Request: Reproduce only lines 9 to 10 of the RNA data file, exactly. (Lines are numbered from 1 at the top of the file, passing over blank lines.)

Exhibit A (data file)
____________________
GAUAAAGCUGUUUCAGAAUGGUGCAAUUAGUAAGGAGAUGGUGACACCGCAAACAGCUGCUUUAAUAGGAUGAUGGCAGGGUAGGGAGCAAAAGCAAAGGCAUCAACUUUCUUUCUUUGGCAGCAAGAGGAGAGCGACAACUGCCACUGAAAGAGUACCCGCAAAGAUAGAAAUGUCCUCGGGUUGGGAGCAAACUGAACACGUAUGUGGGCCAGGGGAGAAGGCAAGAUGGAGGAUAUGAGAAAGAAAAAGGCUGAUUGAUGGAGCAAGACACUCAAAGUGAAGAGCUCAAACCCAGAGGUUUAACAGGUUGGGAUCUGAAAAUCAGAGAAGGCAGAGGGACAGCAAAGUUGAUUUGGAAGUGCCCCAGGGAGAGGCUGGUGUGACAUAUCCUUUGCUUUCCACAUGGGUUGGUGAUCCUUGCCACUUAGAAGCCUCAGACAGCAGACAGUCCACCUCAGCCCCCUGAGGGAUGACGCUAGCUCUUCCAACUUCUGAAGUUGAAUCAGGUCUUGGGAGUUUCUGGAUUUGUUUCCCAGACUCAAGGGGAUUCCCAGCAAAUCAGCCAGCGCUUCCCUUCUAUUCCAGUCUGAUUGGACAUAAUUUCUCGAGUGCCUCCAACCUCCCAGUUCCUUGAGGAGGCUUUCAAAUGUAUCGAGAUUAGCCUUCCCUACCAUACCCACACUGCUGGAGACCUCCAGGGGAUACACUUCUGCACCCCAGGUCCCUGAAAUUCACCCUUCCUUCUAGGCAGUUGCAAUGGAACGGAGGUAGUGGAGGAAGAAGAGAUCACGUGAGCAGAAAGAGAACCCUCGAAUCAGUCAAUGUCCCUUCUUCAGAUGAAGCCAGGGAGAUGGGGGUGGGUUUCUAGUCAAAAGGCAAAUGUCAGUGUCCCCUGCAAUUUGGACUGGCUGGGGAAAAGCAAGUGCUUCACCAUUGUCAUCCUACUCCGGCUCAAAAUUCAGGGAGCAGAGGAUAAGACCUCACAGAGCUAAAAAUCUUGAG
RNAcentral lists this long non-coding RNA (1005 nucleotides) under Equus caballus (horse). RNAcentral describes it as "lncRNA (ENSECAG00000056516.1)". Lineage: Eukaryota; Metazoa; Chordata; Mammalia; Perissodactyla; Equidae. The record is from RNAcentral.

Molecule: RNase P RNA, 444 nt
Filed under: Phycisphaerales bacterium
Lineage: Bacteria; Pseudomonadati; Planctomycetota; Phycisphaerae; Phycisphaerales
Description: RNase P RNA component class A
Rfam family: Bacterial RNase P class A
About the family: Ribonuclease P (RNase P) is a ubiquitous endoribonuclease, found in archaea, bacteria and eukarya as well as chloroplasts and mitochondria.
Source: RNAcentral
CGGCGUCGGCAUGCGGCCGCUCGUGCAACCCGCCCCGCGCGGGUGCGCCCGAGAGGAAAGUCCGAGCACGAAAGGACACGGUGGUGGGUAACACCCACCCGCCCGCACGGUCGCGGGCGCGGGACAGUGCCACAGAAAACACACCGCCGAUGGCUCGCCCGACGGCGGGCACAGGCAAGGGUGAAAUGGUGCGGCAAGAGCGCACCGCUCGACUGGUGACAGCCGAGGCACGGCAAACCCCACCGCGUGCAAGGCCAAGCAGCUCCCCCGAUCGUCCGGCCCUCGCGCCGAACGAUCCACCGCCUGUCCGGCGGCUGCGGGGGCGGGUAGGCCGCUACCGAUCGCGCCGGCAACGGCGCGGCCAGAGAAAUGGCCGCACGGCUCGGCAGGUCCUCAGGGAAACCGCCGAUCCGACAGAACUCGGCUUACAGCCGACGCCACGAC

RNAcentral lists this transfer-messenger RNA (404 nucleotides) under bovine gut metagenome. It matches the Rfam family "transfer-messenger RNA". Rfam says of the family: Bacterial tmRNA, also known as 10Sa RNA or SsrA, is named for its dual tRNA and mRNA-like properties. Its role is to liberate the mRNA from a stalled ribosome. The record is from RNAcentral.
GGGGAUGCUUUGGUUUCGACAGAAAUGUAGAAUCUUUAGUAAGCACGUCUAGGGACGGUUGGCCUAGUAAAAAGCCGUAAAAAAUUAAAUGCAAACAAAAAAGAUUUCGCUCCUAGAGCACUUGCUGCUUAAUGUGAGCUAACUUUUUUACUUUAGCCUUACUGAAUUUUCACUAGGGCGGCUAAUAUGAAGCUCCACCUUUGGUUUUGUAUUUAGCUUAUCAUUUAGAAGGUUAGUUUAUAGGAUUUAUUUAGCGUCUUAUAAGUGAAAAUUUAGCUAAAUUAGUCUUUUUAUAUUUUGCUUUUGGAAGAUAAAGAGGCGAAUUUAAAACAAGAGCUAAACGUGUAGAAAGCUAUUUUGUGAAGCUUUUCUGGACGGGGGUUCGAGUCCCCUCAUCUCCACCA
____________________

Source: RNAcentral
CGGCGUCGGCAUGCGGCCGCUCGUGCAACCCGCCCCGCGCGGGUGCGCCCGAGAGGAAAGUCCGAGCACGAAAGGACACGGUGGUGGGUAACACCCACCCGCCCGCACGGUCGCGGGCGCGGGACAGUGCCACAGAAAACACACCGCCGAUGGCUCGCCCGACGGCGGGCACAGGCAAGGGUGAAAUGGUGCGGCAAGAGCGCACCGCUCGACUGGUGACAGCCGAGGCACGGCAAACCCCACCGCGUGCAAGGCCAAGCAGCUCCCCCGAUCGUCCGGCCCUCGCGCCGAACGAUCCACCGCCUGUCCGGCGGCUGCGGGGGCGGGUAGGCCGCUACCGAUCGCGCCGGCAACGGCGCGGCCAGAGAAAUGGCCGCACGGCUCGGCAGGUCCUCAGGGAAACCGCCGAUCCGACAGAACUCGGCUUACAGCCGACGCCACGAC